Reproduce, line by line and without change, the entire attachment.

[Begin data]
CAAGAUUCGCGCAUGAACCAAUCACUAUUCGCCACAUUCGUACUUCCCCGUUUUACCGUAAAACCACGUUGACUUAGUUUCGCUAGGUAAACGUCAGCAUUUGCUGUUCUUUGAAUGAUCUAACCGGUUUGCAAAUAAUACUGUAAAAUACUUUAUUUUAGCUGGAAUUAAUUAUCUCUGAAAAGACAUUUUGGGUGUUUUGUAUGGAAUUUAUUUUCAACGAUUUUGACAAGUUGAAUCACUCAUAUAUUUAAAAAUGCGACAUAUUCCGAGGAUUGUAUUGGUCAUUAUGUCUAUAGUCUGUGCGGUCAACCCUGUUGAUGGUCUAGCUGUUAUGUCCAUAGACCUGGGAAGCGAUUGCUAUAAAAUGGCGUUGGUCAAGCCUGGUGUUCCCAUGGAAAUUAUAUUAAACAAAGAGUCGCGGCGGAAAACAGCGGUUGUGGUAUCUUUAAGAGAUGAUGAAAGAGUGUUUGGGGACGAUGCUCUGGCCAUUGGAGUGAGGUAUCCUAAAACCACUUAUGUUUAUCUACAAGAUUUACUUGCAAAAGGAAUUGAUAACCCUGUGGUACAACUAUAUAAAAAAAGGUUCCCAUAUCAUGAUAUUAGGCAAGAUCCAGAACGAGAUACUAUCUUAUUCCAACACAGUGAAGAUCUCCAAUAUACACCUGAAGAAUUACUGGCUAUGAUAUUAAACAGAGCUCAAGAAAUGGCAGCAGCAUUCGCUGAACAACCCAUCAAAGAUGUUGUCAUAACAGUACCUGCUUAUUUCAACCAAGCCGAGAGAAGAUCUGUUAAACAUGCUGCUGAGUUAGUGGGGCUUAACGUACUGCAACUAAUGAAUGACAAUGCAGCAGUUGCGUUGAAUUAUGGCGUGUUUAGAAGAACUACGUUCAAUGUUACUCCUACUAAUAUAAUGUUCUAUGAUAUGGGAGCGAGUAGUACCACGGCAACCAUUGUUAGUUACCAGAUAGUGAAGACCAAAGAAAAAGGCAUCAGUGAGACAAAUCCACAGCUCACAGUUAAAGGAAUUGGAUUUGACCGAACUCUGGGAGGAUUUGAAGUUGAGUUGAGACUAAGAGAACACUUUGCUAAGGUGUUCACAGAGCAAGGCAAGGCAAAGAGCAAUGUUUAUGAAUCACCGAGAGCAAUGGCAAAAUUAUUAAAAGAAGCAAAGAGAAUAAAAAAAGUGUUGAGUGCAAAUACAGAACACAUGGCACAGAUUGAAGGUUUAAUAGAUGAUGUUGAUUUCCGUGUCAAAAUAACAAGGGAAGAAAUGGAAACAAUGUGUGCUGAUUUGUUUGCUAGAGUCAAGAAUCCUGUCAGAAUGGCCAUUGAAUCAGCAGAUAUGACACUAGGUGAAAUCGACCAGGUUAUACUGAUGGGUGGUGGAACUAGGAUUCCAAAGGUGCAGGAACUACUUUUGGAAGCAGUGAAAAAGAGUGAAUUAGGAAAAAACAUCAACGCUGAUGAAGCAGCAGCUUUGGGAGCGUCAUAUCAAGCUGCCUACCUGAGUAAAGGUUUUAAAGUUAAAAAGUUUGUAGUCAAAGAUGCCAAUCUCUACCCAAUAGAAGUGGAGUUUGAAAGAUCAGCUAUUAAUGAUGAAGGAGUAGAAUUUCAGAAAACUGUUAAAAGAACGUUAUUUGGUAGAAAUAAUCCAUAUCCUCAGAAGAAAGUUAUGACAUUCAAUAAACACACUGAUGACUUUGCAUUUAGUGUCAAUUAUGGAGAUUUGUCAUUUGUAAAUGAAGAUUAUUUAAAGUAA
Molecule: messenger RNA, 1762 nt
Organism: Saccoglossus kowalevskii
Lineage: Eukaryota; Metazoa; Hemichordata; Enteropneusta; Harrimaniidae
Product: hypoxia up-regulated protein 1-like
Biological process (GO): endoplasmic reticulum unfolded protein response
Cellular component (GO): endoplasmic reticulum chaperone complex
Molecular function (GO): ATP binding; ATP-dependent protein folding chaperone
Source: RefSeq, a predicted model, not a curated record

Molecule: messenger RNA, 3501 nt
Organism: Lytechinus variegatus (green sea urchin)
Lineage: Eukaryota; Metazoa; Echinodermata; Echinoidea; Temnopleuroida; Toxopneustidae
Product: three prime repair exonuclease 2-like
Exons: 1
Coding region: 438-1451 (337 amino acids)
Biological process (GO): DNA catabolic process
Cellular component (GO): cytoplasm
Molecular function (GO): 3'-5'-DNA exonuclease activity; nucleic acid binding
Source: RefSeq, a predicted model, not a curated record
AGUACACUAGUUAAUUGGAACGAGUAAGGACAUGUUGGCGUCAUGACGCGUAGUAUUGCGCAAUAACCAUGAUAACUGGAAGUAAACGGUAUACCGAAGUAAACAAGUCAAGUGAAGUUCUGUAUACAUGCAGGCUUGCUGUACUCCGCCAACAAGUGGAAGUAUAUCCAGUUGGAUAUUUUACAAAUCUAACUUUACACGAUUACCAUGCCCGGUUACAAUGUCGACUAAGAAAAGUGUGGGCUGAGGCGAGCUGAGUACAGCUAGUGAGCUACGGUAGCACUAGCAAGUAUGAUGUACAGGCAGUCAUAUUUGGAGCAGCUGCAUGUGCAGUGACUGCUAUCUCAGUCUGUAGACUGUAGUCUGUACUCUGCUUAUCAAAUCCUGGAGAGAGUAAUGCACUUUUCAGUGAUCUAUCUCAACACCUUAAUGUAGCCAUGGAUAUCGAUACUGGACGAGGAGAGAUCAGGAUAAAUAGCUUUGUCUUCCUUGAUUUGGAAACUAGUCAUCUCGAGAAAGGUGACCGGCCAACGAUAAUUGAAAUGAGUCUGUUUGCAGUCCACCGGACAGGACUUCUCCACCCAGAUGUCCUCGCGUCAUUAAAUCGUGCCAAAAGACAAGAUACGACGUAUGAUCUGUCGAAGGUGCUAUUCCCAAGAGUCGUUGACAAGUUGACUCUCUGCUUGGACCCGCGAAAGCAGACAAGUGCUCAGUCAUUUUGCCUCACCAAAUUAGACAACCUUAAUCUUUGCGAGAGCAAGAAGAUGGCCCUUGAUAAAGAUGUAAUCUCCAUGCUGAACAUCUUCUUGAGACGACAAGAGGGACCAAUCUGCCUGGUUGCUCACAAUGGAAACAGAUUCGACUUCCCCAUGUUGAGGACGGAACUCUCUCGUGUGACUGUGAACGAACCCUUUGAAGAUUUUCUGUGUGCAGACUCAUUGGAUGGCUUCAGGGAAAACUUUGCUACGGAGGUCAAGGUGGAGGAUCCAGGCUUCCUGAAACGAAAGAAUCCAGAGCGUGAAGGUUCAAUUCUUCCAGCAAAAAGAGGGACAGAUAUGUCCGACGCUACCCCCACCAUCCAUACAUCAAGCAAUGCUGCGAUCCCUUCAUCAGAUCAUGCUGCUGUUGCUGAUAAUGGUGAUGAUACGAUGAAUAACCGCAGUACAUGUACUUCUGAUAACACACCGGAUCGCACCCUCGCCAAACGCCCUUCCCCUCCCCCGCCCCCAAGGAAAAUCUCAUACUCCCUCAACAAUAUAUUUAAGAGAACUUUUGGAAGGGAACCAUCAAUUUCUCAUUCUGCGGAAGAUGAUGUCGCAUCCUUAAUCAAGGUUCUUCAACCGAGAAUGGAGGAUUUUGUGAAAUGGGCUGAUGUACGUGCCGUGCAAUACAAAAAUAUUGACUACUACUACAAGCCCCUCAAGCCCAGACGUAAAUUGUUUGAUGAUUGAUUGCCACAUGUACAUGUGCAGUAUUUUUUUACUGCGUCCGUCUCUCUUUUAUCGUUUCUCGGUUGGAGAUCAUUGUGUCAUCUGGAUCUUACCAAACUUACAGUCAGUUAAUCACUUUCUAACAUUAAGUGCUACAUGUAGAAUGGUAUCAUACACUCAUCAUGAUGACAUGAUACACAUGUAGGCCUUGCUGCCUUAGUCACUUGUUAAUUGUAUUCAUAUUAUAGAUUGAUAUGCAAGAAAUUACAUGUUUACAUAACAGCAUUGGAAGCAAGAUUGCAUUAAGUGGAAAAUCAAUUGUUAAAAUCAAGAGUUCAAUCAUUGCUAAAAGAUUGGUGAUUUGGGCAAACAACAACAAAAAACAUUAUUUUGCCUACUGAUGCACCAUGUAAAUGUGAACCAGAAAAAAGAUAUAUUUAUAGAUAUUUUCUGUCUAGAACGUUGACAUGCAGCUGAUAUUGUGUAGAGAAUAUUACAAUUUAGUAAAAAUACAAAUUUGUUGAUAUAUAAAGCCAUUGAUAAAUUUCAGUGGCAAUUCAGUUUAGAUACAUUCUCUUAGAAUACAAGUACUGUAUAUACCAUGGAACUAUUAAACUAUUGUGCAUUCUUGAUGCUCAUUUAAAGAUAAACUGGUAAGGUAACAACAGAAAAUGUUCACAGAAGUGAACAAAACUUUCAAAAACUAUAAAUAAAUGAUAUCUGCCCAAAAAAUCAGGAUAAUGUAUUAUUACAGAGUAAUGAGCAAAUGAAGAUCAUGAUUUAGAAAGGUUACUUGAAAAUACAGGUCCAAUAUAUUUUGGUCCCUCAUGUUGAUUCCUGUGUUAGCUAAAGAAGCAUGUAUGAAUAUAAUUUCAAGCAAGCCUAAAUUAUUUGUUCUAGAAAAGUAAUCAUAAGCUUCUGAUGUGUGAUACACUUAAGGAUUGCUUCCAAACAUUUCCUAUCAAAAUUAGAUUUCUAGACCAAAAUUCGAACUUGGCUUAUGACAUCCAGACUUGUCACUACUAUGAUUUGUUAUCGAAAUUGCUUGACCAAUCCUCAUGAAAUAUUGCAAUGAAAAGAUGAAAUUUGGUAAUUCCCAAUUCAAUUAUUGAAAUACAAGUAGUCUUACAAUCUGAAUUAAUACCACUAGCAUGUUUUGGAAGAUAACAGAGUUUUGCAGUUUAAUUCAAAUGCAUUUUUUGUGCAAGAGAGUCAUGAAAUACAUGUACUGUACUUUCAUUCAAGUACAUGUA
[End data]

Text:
CAAGAUUCGCGCAUGAACCAAUCACUAUUCGCCACAUUCGUACUUCCCCGUUUUACCGUAAAACCACGUUGACUUAGUUUCGCUAGGUAAACGUCAGCAUUUGCUGUUCUUUGAAUGAUCUAACCGGUUUGCAAAUAAUACUGUAAAAUACUUUAUUUUAGCUGGAAUUAAUUAUCUCUGAAAAGACAUUUUGGGUGUUUUGUAUGGAAUUUAUUUUCAACGAUUUUGACAAGUUGAAUCACUCAUAUAUUUAAAAAUGCGACAUAUUCCGAGGAUUGUAUUGGUCAUUAUGUCUAUAGUCUGUGCGGUCAACCCUGUUGAUGGUCUAGCUGUUAUGUCCAUAGACCUGGGAAGCGAUUGCUAUAAAAUGGCGUUGGUCAAGCCUGGUGUUCCCAUGGAAAUUAUAUUAAACAAAGAGUCGCGGCGGAAAACAGCGGUUGUGGUAUCUUUAAGAGAUGAUGAAAGAGUGUUUGGGGACGAUGCUCUGGCCAUUGGAGUGAGGUAUCCUAAAACCACUUAUGUUUAUCUACAAGAUUUACUUGCAAAAGGAAUUGAUAACCCUGUGGUACAACUAUAUAAAAAAAGGUUCCCAUAUCAUGAUAUUAGGCAAGAUCCAGAACGAGAUACUAUCUUAUUCCAACACAGUGAAGAUCUCCAAUAUACACCUGAAGAAUUACUGGCUAUGAUAUUAAACAGAGCUCAAGAAAUGGCAGCAGCAUUCGCUGAACAACCCAUCAAAGAUGUUGUCAUAACAGUACCUGCUUAUUUCAACCAAGCCGAGAGAAGAUCUGUUAAACAUGCUGCUGAGUUAGUGGGGCUUAACGUACUGCAACUAAUGAAUGACAAUGCAGCAGUUGCGUUGAAUUAUGGCGUGUUUAGAAGAACUACGUUCAAUGUUACUCCUACUAAUAUAAUGUUCUAUGAUAUGGGAGCGAGUAGUACCACGGCAACCAUUGUUAGUUACCAGAUAGUGAAGACCAAAGAAAAAGGCAUCAGUGAGACAAAUCCACAGCUCACAGUUAAAGGAAUUGGAUUUGACCGAACUCUGGGAGGAUUUGAAGUUGAGUUGAGACUAAGAGAACACUUUGCUAAGGUGUUCACAGAGCAAGGCAAGGCAAAGAGCAAUGUUUAUGAAUCACCGAGAGCAAUGGCAAAAUUAUUAAAAGAAGCAAAGAGAAUAAAAAAAGUGUUGAGUGCAAAUACAGAACACAUGGCACAGAUUGAAGGUUUAAUAGAUGAUGUUGAUUUCCGUGUCAAAAUAACAAGGGAAGAAAUGGAAACAAUGUGUGCUGAUUUGUUUGCUAGAGUCAAGAAUCCUGUCAGAAUGGCCAUUGAAUCAGCAGAUAUGACACUAGGUGAAAUCGACCAGGUUAUACUGAUGGGUGGUGGAACUAGGAUUCCAAAGGUGCAGGAACUACUUUUGGAAGCAGUGAAAAAGAGUGAAUUAGGAAAAAACAUCAACGCUGAUGAAGCAGCAGCUUUGGGAGCGUCAUAUCAAGCUGCCUACCUGAGUAAAGGUUUUAAAGUUAAAAAGUUUGUAGUCAAAGAUGCCAAUCUCUACCCAAUAGAAGUGGAGUUUGAAAGAUCAGCUAUUAAUGAUGAAGGAGUAGAAUUUCAGAAAACUGUUAAAAGAACGUUAUUUGGUAGAAAUAAUCCAUAUCCUCAGAAGAAAGUUAUGACAUUCAAUAAACACACUGAUGACUUUGCAUUUAGUGUCAAUUAUGGAGAUUUGUCAUUUGUAAAUGAAGAUUAUUUAAAGUAA
Molecule: messenger RNA, 1762 nt
Organism: Saccoglossus kowalevskii
Lineage: Eukaryota; Metazoa; Hemichordata; Enteropneusta; Harrimaniidae
Product: hypoxia up-regulated protein 1-like
Biological process (GO): endoplasmic reticulum unfolded protein response
Cellular component (GO): endoplasmic reticulum chaperone complex
Molecular function (GO): ATP binding; ATP-dependent protein folding chaperone
Source: RefSeq, a predicted model, not a curated record

Molecule: messenger RNA, 3501 nt
Organism: Lytechinus variegatus (green sea urchin)
Lineage: Eukaryota; Metazoa; Echinodermata; Echinoidea; Temnopleuroida; Toxopneustidae
Product: three prime repair exonuclease 2-like
Exons: 1
Coding region: 438-1451 (337 amino acids)
Biological process (GO): DNA catabolic process
Cellular component (GO): cytoplasm
Molecular function (GO): 3'-5'-DNA exonuclease activity; nucleic acid binding
Source: RefSeq, a predicted model, not a curated record
AGUACACUAGUUAAUUGGAACGAGUAAGGACAUGUUGGCGUCAUGACGCGUAGUAUUGCGCAAUAACCAUGAUAACUGGAAGUAAACGGUAUACCGAAGUAAACAAGUCAAGUGAAGUUCUGUAUACAUGCAGGCUUGCUGUACUCCGCCAACAAGUGGAAGUAUAUCCAGUUGGAUAUUUUACAAAUCUAACUUUACACGAUUACCAUGCCCGGUUACAAUGUCGACUAAGAAAAGUGUGGGCUGAGGCGAGCUGAGUACAGCUAGUGAGCUACGGUAGCACUAGCAAGUAUGAUGUACAGGCAGUCAUAUUUGGAGCAGCUGCAUGUGCAGUGACUGCUAUCUCAGUCUGUAGACUGUAGUCUGUACUCUGCUUAUCAAAUCCUGGAGAGAGUAAUGCACUUUUCAGUGAUCUAUCUCAACACCUUAAUGUAGCCAUGGAUAUCGAUACUGGACGAGGAGAGAUCAGGAUAAAUAGCUUUGUCUUCCUUGAUUUGGAAACUAGUCAUCUCGAGAAAGGUGACCGGCCAACGAUAAUUGAAAUGAGUCUGUUUGCAGUCCACCGGACAGGACUUCUCCACCCAGAUGUCCUCGCGUCAUUAAAUCGUGCCAAAAGACAAGAUACGACGUAUGAUCUGUCGAAGGUGCUAUUCCCAAGAGUCGUUGACAAGUUGACUCUCUGCUUGGACCCGCGAAAGCAGACAAGUGCUCAGUCAUUUUGCCUCACCAAAUUAGACAACCUUAAUCUUUGCGAGAGCAAGAAGAUGGCCCUUGAUAAAGAUGUAAUCUCCAUGCUGAACAUCUUCUUGAGACGACAAGAGGGACCAAUCUGCCUGGUUGCUCACAAUGGAAACAGAUUCGACUUCCCCAUGUUGAGGACGGAACUCUCUCGUGUGACUGUGAACGAACCCUUUGAAGAUUUUCUGUGUGCAGACUCAUUGGAUGGCUUCAGGGAAAACUUUGCUACGGAGGUCAAGGUGGAGGAUCCAGGCUUCCUGAAACGAAAGAAUCCAGAGCGUGAAGGUUCAAUUCUUCCAGCAAAAAGAGGGACAGAUAUGUCCGACGCUACCCCCACCAUCCAUACAUCAAGCAAUGCUGCGAUCCCUUCAUCAGAUCAUGCUGCUGUUGCUGAUAAUGGUGAUGAUACGAUGAAUAACCGCAGUACAUGUACUUCUGAUAACACACCGGAUCGCACCCUCGCCAAACGCCCUUCCCCUCCCCCGCCCCCAAGGAAAAUCUCAUACUCCCUCAACAAUAUAUUUAAGAGAACUUUUGGAAGGGAACCAUCAAUUUCUCAUUCUGCGGAAGAUGAUGUCGCAUCCUUAAUCAAGGUUCUUCAACCGAGAAUGGAGGAUUUUGUGAAAUGGGCUGAUGUACGUGCCGUGCAAUACAAAAAUAUUGACUACUACUACAAGCCCCUCAAGCCCAGACGUAAAUUGUUUGAUGAUUGAUUGCCACAUGUACAUGUGCAGUAUUUUUUUACUGCGUCCGUCUCUCUUUUAUCGUUUCUCGGUUGGAGAUCAUUGUGUCAUCUGGAUCUUACCAAACUUACAGUCAGUUAAUCACUUUCUAACAUUAAGUGCUACAUGUAGAAUGGUAUCAUACACUCAUCAUGAUGACAUGAUACACAUGUAGGCCUUGCUGCCUUAGUCACUUGUUAAUUGUAUUCAUAUUAUAGAUUGAUAUGCAAGAAAUUACAUGUUUACAUAACAGCAUUGGAAGCAAGAUUGCAUUAAGUGGAAAAUCAAUUGUUAAAAUCAAGAGUUCAAUCAUUGCUAAAAGAUUGGUGAUUUGGGCAAACAACAACAAAAAACAUUAUUUUGCCUACUGAUGCACCAUGUAAAUGUGAACCAGAAAAAAGAUAUAUUUAUAGAUAUUUUCUGUCUAGAACGUUGACAUGCAGCUGAUAUUGUGUAGAGAAUAUUACAAUUUAGUAAAAAUACAAAUUUGUUGAUAUAUAAAGCCAUUGAUAAAUUUCAGUGGCAAUUCAGUUUAGAUACAUUCUCUUAGAAUACAAGUACUGUAUAUACCAUGGAACUAUUAAACUAUUGUGCAUUCUUGAUGCUCAUUUAAAGAUAAACUGGUAAGGUAACAACAGAAAAUGUUCACAGAAGUGAACAAAACUUUCAAAAACUAUAAAUAAAUGAUAUCUGCCCAAAAAAUCAGGAUAAUGUAUUAUUACAGAGUAAUGAGCAAAUGAAGAUCAUGAUUUAGAAAGGUUACUUGAAAAUACAGGUCCAAUAUAUUUUGGUCCCUCAUGUUGAUUCCUGUGUUAGCUAAAGAAGCAUGUAUGAAUAUAAUUUCAAGCAAGCCUAAAUUAUUUGUUCUAGAAAAGUAAUCAUAAGCUUCUGAUGUGUGAUACACUUAAGGAUUGCUUCCAAACAUUUCCUAUCAAAAUUAGAUUUCUAGACCAAAAUUCGAACUUGGCUUAUGACAUCCAGACUUGUCACUACUAUGAUUUGUUAUCGAAAUUGCUUGACCAAUCCUCAUGAAAUAUUGCAAUGAAAAGAUGAAAUUUGGUAAUUCCCAAUUCAAUUAUUGAAAUACAAGUAGUCUUACAAUCUGAAUUAAUACCACUAGCAUGUUUUGGAAGAUAACAGAGUUUUGCAGUUUAAUUCAAAUGCAUUUUUUGUGCAAGAGAGUCAUGAAAUACAUGUACUGUACUUUCAUUCAAGUACAUGUA